Mary C. Curtis: Presidential Campaign Visits

CHARLOTTE, N.C. — With presidential campaign visits, Charlotte is the center of a political universe.

If you did not already realize it, now it’s clear that North Carolina and Charlotte will be crucial in the November elections — actually before then, as early voting starts soon and mail-in ballots are already going out.

Both President Donald Trump and Democratic nominee Joe Biden will be visiting Charlotte this week — Biden on Wednesday and President Trump on Thursday. Family members and surrogates, both in person and virtually, have already visited the state — which holds 15 electoral votes and battleground status. (Mary C. Curtis)

The Heat: Race for the White House

Just three months away from the presidential election in the U.S., what does it look like for the two major candidates?

On November 3, millions of Americans will choose ​to either re-elect President Donald Trump or elevate former Vice-President Joe Biden. For now, the polls suggest a victory for Biden.

Trump has been criticized for his handling of the coronavirus pandemic, the ​resulting economic downturn and social unrest in the country.

To discuss:

  • Mary C. Curtis is a columnist for the political publication Roll Call
  • Eric Bolling is a political commentator and host of ​the program, ‘America This Week.
  • Aaron Mate is Host of “Pushback with Aaron Maté” on The Grayzone
  • Joel Rubin is a Democratic Party strategist

POLITICAL WRAP: Trump Campaign “Culture War” Strategy; A New Silent Majority?

CHARLOTTE, N.C. – President Trump, at Mount Rushmore on Friday night, set the stage for a campaign increasingly focused on “culture war” issues.

“Our nation is witnessing a merciless campaign to wipe out our history, defame our heroes, erase our values, and indoctrinate our children,” the President said.

So, is the appeal of a “culture war” campaign too narrow?

Or is there a Nixon-esque “Silent Majority,” as the President is saying, ready to show up in November?

Click above for more with our political contributor, Mary C. Curtis.

Mary C. Curtis: Battle Escalates Between Trump, Governors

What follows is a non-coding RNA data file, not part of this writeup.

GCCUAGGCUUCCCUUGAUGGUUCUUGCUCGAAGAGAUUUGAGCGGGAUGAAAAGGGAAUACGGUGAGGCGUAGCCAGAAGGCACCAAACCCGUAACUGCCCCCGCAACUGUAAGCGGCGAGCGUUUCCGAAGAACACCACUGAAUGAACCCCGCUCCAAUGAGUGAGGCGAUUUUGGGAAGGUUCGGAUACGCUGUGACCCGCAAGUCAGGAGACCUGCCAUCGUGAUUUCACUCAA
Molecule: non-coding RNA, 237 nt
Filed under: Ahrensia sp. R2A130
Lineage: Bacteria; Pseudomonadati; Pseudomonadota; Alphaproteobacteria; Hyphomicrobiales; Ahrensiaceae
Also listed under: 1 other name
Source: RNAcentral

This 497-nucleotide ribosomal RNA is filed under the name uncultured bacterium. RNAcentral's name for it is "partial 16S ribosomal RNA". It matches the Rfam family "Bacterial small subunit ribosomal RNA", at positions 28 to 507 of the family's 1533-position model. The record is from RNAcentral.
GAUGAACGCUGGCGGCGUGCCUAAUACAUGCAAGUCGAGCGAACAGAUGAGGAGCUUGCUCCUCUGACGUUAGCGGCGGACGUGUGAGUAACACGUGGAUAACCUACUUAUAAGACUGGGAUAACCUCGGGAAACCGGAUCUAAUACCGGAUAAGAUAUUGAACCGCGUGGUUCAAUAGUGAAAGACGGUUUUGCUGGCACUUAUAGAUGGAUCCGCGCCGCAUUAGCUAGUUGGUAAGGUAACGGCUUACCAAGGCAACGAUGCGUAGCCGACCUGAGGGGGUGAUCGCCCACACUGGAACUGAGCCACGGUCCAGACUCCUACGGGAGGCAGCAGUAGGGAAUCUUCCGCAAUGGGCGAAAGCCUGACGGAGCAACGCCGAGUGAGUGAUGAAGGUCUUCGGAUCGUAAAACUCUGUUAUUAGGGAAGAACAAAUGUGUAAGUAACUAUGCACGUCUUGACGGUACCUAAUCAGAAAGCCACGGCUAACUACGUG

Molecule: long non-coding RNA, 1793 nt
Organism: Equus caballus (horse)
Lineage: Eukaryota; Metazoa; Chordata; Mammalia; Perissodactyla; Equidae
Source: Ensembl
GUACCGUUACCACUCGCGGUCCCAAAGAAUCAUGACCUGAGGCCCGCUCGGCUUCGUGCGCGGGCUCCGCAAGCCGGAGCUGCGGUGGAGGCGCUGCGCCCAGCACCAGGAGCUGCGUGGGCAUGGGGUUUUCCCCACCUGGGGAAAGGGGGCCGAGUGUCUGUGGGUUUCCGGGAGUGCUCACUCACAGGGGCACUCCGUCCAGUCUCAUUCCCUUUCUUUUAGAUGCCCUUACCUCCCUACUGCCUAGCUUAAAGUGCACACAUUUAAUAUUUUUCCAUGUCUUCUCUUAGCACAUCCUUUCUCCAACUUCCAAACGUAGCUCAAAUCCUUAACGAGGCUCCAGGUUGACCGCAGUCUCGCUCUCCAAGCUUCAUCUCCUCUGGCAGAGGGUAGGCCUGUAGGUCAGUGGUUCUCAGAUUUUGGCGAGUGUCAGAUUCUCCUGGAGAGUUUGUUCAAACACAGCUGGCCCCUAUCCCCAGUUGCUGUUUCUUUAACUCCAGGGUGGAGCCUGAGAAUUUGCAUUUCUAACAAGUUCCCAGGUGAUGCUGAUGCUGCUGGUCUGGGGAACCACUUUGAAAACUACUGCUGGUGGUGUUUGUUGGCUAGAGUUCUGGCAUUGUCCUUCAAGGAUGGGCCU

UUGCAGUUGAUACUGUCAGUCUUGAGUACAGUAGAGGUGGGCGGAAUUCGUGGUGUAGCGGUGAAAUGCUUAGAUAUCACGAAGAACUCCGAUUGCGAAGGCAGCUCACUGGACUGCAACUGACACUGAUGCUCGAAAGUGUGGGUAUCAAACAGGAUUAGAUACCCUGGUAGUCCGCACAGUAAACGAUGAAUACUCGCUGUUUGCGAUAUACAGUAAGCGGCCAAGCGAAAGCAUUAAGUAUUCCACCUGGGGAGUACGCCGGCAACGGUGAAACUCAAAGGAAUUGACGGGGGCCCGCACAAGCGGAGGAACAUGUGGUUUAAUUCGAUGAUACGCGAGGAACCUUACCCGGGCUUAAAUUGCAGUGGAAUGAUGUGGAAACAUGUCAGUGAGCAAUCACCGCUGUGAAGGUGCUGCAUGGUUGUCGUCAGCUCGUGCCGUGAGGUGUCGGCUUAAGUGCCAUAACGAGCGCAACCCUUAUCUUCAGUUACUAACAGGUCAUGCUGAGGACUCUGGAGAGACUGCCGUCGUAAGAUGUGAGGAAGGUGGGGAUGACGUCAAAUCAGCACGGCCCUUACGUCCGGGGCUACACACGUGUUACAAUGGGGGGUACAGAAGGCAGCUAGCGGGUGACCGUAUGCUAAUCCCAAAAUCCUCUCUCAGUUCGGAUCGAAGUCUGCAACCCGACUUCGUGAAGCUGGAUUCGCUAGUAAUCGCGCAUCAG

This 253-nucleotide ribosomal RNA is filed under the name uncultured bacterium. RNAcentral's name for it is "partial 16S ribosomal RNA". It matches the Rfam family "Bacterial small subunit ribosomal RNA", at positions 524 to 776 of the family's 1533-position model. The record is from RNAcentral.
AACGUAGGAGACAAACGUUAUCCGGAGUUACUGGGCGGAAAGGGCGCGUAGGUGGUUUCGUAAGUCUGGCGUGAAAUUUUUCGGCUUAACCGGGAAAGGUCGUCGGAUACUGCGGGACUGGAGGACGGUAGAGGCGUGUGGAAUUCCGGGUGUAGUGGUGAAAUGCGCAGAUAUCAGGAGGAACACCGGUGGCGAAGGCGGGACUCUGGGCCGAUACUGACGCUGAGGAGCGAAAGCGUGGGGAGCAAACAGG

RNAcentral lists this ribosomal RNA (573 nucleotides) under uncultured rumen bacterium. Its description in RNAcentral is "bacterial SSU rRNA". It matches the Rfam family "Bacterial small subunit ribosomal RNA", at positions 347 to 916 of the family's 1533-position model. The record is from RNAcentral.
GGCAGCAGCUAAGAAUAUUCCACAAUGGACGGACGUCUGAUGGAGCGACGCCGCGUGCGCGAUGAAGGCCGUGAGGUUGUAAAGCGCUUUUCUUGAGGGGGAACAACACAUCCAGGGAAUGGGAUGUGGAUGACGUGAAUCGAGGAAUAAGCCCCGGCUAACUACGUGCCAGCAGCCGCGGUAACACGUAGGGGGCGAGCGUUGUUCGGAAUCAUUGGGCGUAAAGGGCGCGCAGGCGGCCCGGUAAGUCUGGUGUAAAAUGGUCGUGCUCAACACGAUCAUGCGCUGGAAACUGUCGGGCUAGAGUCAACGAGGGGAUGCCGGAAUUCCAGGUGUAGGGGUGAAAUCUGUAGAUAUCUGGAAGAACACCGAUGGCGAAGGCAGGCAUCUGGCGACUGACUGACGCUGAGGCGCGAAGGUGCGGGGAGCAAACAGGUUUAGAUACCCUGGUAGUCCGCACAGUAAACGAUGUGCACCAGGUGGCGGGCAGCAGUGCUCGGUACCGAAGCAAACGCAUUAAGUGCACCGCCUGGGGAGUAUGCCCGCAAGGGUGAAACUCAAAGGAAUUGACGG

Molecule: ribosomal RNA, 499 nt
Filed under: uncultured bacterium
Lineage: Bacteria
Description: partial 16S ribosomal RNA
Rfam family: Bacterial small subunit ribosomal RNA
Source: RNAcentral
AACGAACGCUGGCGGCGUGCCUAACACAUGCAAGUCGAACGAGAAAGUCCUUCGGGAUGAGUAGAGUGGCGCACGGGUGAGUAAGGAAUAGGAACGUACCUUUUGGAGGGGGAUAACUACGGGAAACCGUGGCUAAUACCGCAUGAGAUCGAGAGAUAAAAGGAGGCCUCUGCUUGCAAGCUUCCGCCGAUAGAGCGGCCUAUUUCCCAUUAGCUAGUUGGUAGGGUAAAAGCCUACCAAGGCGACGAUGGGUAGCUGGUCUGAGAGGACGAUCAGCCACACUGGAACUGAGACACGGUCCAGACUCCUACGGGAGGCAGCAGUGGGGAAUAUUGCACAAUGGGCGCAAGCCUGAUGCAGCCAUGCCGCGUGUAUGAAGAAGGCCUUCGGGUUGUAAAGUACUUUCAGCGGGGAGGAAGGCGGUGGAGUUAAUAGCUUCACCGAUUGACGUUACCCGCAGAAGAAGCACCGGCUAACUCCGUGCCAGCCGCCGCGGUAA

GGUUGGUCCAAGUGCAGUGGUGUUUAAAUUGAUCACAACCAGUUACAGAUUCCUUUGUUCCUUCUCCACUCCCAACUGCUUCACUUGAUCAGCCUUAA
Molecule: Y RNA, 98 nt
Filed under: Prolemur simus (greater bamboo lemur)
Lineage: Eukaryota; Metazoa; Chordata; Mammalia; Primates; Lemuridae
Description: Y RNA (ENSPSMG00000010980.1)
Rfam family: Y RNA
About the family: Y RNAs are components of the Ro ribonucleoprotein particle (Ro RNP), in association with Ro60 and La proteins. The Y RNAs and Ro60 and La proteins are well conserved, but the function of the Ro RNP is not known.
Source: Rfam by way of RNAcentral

CHARLOTTE, NC — President Trump is now walking back on his words that he has absolute authority to decide when its time to reopen the economy.

The president now says he will leave it to governors to determine when to reopen states.

Political contributor Mary C. Curtis weighs in on the debate.

POLITICAL WRAP: Coronavirus – Business vs. Health & Impact on Minorities

CHARLOTTE, N.C. – Rising tension between business leaders and health officials about when to re-open.

And new data showing how minorities are at higher risk for Coronavirus infections and death.

Click above for more with our political contributor, Mary C. Curtis.

Signs of a Weakening Economy?

CHARLOTTE, N.C. – Whether it’s a trade dispute with China or increasing consumer doubts, worry is increasing that America’s strong economy is slowing down.  Our political contributor Mary C. Curtis discusses the latest concerns.

Is the South really as bad as a report says it is?

CHARLOTTE — When the headline is “Why the South is the worst place to live in the U.S.,” it’s an invitation to trash talk. But isn’t that what makes stories like this one in The Post so much fun? They are bound to unleash regional pride and get the blood flowing and the stereotypes flying in the comments section.

Why Obama always returns to North Carolina

President Obama just can’t stay away from North Carolina, though after giving him hope and a victory in 2008, the fickle state cozied back up to the GOP in 2012. Being wooed with a national convention and a stream of visits from surrogates wasn’t quite enough to stem a statewide swing from blue to red. Yet there the president was on Wednesday, the day after his State of the Union speech, selling his ideas on manufacturing and the economy at the Linamar engine factory near Asheville, N.C.

Playing hard to get is irresistible.

 

 

Jill Biden and daughter hit issues checklist in North Carolina stop

HUNTERSVILLE, N.C. – It was a mother-daughter double team on the day before the last day of early voting in North Carolina. Jill Biden and daughter, Ashley Biden, spoke to an overflow crowd at the Obama campaign office in this town just north of Charlotte on Friday.